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Robert Boyle: Art Director


By Michael Rizzo
On March 21, 2004, the Art Directors Film Society, in conjunction with Below the Line, presented a tribute to art director Robert Boyle, who had a story to tell that’s almost 100 years old. It included highlights of his lifespan of 94 years, of course, but also examined 60 years of filmmaking, practically the lifespan of Academy Awards ceremonies itself.
There was a brief time at the beginning of his art-directing career under the aegis of Hans Drier, supervising art director at Paramount in the 1930’s, when Boyle briefly left Hollywood and found himself in Mexico as an invited guest at the Kahlo and Rivera Sunday gatherings. But that, no doubt, is the subject of a biography soon to be written. Had the Mexican art community at large convinced this romantic, young painter to stay, Alfred Hitchcock would never have been inspired by Boyle’s early work in Wolfman [1941] and then, consequently forged a creative relationship with another of Universal’s fledgling designers. This is nothing more than pure conjecture, but it is at the center of Boyle’s life story.
The tribute was not only a salute to Boyle’s work with Hitchcock, but a celebration of his design mastery. The traditional oral history of the program, produced and hosted by Linda Berger, chairwoman of the Film Society, was book-ended by the viewing of Saboteur [1942], Hitchcock’s first American film, and Cape Fear [1962], starring Robert Mitchum.
Saboteur was an excellent choice from a design perspective. The film’s black and white format provided an apt visual vocabulary for the film noir explanation of both the objective and subjective environments Boyle refers to several times as the main function of his film design.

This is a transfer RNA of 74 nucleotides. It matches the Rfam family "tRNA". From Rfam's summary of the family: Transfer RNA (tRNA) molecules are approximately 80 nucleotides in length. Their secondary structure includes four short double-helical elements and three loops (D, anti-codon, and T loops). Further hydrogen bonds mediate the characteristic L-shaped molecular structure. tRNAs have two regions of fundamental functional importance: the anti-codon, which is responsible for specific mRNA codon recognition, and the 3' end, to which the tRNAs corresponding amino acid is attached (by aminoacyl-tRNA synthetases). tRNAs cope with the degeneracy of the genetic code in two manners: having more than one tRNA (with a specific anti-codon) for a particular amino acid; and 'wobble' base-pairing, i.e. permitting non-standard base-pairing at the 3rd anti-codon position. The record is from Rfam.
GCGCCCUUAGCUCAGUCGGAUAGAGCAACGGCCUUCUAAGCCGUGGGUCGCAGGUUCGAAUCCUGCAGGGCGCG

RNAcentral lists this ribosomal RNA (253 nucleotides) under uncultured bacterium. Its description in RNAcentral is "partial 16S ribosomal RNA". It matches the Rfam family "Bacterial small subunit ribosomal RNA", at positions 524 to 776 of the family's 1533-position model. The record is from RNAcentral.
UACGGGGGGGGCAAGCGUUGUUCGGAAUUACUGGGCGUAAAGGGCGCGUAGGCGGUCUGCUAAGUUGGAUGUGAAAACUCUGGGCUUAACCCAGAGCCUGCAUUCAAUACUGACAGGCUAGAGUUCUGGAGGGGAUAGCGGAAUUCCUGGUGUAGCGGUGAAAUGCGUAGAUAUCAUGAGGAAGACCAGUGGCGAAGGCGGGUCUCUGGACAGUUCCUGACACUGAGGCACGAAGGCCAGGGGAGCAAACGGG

A constant in Boyle’s work—learned from Drier, relearned from Hitchock—is moving the storytelling process forward by supporting the characters. Boyle insisted that good storytelling demands that every scene should end in a viewpoint tailor-made for the audience.
Boyle’s filmography includes work as art director and production designer on over 95 film. From his short career as a bit player at RKO, to the fortuitous phone call to Drier securing his first job as a draftsman at Paramount, to the design of his first film, Wolfman, at Universal, to his first production meeting with Hitch on the morning of the bombing of Pearl Harbor, Boyle made it clear to his audience at the tribute that his career was filled with a number of landmark mishaps.
He showed us how he made each accident in his design process or gracious acceptance of every stumble into each life-changing event, one of thankfulness and relief. “Our careers are made up of a series of wonderful accidents,” he said. This was made obvious at the end of the Q&A session when a young production design student asked his advice about what skill would be her greatest tool in becoming a master designer. After complimenting her on her enthusiasm and her willingness to learn how to “draw, draw, draw!” he wisely reflected, “If you’re at a certain place at a certain time, I think that’s your best bet.”
Better advice couldn’t be given, or received.

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